The real problem in America is the students that begin college (thus incurring mountains of student loan debt) but do NOT graduate. These students don’t receive near the same benefits in terms of wages or employment opportunities as their peers who get their degrees. This is where we as a nation need to accurately diagnose how we are failing these students (and the ones who aspire for post-secondary education but cannot for cost/quality/access reasons). This problem could be in preparing them for higher ed, trying to push too many students in classical 4 year universities, devaluing career-tech and community colleges, and an overall lack of quality alternative post-secondary education for recent high school graduates and adult learners. This is where programs like WGU really shine. Dr. Mark Milliron, Chancellor of WGU-Texas, admits openly that their program is not designed for a student fresh from high school that may be better suited for enrollment in a traditional 4 year university.

    I think too much discourse has focused on the big bad ivory tower institutions that constantly raise their prices while not accommodating a wider, more diverse student population. In all likelihood, these institutions are underpriced for the value they provide for the students who DO graduate. Instead of trying to get them to change, we should be working for ways to build new institutions for the students not tailored for this classical form of higher education. This is where the real value are from the points in your post.

    Here’s a few pieces from NYT that talk about the costs and benefits for college in America: http://economix.blogs.nytimes.com/2011/11/04/college-is-cheaper-than-you-think/?ref=business ; http://economix.blogs.nytimes.com/2011/10/27/college-is-worth-it/ ; http://economix.blogs.nytimes.com/2011/07/22/college-is-still-worth-it/ ; http://economix.blogs.nytimes.com/2012/03/23/who-shouldnt-go-to-college/

    • Thanks Michael, in general it’s much better to have a college degree than not. (I’ve devoted most of the last 20 years to boosting high school and college completion rates.) You’re also correct that ‘orphan students’ that never complete a degree never gain most of the market value of participating in post-secondary education. My point is that the rapid increase in cost and the rise of open learning resources are both reducing the ROI on post-sec. We won’t need to ‘try to get them to change’, market forces of disruptive innovation are taking care of that.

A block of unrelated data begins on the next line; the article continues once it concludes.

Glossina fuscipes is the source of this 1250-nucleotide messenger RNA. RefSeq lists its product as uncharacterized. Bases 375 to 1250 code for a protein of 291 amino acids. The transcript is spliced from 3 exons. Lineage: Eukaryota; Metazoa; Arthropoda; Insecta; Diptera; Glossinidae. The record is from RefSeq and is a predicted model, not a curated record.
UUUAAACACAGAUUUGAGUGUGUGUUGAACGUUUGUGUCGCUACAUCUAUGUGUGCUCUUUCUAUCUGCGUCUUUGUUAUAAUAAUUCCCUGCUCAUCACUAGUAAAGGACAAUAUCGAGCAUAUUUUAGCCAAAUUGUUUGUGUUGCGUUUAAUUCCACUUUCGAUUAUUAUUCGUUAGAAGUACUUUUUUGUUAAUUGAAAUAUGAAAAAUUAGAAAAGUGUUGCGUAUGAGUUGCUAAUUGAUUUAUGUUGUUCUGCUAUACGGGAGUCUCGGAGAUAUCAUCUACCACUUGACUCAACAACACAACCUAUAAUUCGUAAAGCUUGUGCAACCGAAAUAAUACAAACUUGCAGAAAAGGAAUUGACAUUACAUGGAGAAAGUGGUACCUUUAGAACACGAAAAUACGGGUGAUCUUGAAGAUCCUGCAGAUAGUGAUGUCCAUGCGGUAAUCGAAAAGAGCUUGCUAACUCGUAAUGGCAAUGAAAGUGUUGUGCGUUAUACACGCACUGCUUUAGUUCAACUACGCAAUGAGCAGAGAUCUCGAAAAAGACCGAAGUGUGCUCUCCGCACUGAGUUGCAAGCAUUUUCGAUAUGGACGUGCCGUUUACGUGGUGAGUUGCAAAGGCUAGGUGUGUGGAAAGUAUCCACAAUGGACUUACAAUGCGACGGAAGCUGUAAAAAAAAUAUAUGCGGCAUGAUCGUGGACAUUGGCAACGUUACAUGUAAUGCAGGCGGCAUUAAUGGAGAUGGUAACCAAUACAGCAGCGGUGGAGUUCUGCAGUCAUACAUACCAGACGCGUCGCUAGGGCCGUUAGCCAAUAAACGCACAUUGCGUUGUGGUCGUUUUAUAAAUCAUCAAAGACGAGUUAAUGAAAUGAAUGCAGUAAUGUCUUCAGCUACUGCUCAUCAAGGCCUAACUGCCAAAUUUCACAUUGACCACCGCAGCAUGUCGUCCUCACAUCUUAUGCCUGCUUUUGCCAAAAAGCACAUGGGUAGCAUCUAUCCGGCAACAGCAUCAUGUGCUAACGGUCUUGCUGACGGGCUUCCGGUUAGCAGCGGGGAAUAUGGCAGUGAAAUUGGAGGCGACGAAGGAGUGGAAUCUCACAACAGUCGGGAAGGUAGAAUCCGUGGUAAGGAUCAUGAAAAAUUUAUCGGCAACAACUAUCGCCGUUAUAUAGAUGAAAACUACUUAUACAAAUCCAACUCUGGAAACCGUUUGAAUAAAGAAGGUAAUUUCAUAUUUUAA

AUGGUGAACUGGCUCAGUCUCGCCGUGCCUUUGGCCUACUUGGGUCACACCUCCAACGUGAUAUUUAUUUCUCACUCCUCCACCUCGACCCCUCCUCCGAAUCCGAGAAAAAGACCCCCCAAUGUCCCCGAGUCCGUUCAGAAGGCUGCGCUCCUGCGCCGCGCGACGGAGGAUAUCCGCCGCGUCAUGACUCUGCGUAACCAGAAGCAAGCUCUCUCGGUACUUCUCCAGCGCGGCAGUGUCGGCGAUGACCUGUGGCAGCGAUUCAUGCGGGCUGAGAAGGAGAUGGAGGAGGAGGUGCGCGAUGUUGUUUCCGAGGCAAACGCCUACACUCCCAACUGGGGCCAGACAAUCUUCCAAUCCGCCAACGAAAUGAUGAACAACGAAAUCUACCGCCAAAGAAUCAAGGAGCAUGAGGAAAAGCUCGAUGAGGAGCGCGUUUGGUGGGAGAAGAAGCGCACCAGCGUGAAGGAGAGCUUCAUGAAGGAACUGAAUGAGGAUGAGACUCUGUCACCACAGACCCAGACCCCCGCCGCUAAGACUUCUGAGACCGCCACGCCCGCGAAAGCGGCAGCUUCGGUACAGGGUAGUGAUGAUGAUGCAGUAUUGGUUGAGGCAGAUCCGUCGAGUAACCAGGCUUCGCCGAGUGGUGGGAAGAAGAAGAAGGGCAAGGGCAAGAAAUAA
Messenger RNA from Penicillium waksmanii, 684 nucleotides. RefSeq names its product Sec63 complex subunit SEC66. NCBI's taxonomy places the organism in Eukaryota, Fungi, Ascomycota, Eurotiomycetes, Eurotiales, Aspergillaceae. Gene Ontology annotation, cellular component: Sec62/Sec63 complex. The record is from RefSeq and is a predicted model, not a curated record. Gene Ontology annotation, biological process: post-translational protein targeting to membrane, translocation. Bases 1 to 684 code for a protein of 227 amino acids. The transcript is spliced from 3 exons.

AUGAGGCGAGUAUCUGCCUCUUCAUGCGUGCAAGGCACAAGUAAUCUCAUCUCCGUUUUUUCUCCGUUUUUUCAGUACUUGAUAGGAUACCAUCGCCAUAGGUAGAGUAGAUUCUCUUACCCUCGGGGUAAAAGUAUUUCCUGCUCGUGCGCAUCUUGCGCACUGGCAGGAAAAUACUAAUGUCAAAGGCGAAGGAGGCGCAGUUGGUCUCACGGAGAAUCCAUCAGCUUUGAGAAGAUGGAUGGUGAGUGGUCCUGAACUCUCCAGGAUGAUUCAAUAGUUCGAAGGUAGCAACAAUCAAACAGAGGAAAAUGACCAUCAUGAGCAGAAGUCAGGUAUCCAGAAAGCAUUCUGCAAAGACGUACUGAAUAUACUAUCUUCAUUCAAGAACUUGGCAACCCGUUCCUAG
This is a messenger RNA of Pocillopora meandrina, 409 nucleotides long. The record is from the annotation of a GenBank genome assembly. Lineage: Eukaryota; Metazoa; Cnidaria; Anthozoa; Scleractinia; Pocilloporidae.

2. I agree that this is a major disruptive trend, worth watching. Howeve, I think an important aspect is getting missed in the discussion of new tools and “options” that currently is swirling around this area: unless we change how we fundamentally interact with our students, the new Test and Show tools will end up doing only slightly better than our existing tools, and the difference will decrease as the novelty wears off. In addition to the new tools, we need to be interacting with our students to discover what their passion is and help them develop that. Otherwise, tomorrow’s Show version of the MBA will attract tons of students who care as little about their subject as today’s MBA grads and who are as unfulfilled (and thus unsatisfied). We need to serve our students much better in this respect, or all the tols in the world will not help the majority who need help to discover their passion and start to follow it.

    • Thanks Matthew. It may be possible to ‘cheat’ or shortchange some show-what-you-know system but there’s certainly a lot of folks gaming or sleeping through the time based system. I think we’ll see a rather rapid decline in MBA degrees and an increase in on-the-job and JIT learning.